Industry Update 09/03/21

09/03/21

Industry Update

Singapore
Singapore is experiencing major delays, with vessel turnaround times more than double.
Reported last week in The Loadstar, Peter Sundara of LF Logistics advises “there’s a lot of vessel bunching, which is causing delays, and we see feeders coming in from South-east Asia missing connections with mainline vessels.

In turn, the mainline vessels are coming in overbooked, therefore transhipment containers are missing their nominated vessels and getting rolled – for a week, in some cases”.

Additionally, reports show that wait time in port increased almost 60% from 2020.
Unsurprisingly it is a combination of current factors causing this situation. Increased demand, congestion across all facets of the supply chain, a shortage of useable empty containers and significant disruption to vessel scheduling.

US
The US West Coast has been experiencing significant port and landside congestion for several months. Whilst it is very difficult to predict when things are likely to get back to normal – the usual slowdown after Chinese New Year has not occurred this year and the unprecedented spike in demand for US imports is expected to continue through to early 2022.

According to MSC’s US president and CEO Fabio Santucci “constant and effective cooperation and communication with partners, vendors & clients” as being key to the current situation. “We were talking to shippers and customers in March and April (2020), and no one envisaged what was about to come. We saw spikes of 50-100% of cargo volume” which had put a “massive strain” on a system that was not designed to handle “a sustained surge over more than 30 weeks”.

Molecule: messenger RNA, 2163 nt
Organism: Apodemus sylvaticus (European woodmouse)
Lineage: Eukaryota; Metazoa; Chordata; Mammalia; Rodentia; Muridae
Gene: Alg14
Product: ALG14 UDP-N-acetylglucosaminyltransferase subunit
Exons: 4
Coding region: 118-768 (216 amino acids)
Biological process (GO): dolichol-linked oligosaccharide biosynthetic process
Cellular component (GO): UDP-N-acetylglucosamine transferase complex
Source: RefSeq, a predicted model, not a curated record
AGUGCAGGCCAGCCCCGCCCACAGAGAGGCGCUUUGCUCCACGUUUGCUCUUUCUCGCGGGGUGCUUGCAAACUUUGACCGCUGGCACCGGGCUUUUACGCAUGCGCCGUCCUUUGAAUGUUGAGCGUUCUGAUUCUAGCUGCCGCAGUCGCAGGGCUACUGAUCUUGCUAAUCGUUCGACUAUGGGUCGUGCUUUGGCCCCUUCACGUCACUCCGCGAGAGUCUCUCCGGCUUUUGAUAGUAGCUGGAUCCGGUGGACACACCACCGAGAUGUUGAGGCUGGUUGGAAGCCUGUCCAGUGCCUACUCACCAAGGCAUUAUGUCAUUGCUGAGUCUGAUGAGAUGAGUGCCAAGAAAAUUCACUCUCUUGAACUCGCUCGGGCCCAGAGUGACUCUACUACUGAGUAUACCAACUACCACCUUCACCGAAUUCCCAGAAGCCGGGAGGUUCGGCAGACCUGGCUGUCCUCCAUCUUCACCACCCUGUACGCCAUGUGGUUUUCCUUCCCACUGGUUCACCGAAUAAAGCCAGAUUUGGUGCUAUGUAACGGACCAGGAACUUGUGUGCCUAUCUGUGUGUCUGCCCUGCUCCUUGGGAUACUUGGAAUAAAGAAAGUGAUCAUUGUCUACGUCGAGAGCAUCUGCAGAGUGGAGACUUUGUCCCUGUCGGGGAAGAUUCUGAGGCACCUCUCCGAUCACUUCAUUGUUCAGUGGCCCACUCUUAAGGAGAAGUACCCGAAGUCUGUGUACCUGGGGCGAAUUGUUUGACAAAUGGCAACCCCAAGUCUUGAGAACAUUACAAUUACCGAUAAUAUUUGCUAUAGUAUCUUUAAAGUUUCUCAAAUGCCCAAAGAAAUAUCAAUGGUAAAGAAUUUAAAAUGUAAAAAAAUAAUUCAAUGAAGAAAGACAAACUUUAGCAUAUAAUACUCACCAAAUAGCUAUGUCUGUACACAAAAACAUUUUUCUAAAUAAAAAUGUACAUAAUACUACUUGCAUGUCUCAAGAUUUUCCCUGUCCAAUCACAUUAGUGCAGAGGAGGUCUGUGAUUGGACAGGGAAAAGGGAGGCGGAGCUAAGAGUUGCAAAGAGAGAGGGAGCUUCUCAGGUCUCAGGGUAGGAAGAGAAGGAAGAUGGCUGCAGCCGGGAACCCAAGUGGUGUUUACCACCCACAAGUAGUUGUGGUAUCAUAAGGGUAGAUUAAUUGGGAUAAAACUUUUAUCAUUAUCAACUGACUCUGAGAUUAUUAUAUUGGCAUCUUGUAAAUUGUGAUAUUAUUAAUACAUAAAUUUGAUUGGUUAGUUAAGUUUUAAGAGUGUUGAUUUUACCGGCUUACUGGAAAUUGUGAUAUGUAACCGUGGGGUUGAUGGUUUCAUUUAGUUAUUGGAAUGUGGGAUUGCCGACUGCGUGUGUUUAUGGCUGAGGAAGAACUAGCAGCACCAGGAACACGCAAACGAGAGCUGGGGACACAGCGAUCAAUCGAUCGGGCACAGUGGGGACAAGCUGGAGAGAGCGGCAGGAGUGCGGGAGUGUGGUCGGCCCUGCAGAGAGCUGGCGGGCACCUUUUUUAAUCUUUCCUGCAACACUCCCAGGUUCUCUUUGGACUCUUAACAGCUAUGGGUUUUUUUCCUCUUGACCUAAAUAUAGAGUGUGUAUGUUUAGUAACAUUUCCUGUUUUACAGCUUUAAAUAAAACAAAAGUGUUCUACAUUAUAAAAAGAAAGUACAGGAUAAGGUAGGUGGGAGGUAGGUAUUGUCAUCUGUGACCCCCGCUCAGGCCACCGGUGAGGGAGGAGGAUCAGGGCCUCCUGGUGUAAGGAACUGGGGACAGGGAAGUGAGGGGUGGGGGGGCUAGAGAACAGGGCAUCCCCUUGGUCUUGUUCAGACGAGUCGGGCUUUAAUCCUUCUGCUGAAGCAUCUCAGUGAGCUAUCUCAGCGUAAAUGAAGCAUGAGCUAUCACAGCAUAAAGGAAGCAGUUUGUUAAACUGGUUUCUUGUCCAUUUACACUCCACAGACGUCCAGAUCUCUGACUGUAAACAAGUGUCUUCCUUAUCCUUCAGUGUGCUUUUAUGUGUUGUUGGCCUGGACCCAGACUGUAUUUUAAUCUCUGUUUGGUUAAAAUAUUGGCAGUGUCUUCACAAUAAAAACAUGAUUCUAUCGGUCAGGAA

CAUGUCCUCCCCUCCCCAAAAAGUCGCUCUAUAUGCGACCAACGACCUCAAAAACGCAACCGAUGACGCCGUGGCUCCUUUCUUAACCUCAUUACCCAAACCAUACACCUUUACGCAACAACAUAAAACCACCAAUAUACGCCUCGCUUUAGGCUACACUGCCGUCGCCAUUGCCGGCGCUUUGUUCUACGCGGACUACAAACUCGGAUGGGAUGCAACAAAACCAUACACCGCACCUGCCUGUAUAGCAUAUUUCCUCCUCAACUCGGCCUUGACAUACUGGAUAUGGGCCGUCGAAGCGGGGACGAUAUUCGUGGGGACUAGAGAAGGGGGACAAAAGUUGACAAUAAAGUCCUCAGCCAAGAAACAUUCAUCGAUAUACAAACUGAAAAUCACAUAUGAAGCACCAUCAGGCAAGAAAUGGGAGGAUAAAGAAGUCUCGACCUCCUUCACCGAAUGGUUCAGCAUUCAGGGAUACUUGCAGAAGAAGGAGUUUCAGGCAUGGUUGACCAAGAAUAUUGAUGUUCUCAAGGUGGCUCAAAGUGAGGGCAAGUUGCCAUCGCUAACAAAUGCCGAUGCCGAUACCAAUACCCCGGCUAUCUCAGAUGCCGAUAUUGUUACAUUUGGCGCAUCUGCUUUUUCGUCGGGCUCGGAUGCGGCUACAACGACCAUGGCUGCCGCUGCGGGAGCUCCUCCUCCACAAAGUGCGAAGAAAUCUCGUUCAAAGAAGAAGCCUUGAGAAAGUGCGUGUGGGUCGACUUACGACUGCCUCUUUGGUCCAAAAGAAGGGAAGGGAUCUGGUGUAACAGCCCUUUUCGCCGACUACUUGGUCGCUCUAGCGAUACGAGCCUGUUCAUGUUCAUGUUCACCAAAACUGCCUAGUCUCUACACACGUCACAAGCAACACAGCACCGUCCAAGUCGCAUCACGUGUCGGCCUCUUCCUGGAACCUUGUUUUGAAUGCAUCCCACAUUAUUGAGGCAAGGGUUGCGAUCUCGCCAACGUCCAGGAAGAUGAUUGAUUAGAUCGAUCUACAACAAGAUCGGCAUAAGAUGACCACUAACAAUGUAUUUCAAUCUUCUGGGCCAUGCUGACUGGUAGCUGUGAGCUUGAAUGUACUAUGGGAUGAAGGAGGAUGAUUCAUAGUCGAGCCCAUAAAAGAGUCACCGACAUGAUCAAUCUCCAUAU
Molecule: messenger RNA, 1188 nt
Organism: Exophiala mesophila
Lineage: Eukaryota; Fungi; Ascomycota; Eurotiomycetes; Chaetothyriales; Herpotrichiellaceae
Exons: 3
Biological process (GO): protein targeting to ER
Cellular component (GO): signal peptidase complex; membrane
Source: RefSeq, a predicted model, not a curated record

According to port of Los Angeles Signal port optimiser data, the average time ships are waiting at anchorage for a berth is now almost 8 days. And when they do get a berth – further delays are experienced because of terminal congestion.

The attached picture, as published in Shipping Australia this week shows a photo taken by the US Coast Guard showing the massive congestion off the coast of LA.

Significant delays on the West Coast then cause delays in other countries and further compound the congestion felt across the world in the supply chain.

Australia
Locally, we continue to experience the knock-on effect from congestion experienced around the world. Vessels are arriving off-window, causing berth congestion and some shipping lines have opted to either change port rotation or omit ports in an attempt to reduce the delays.

If you have any questions or need assistance with any of your shipments please contact your local SILA representative.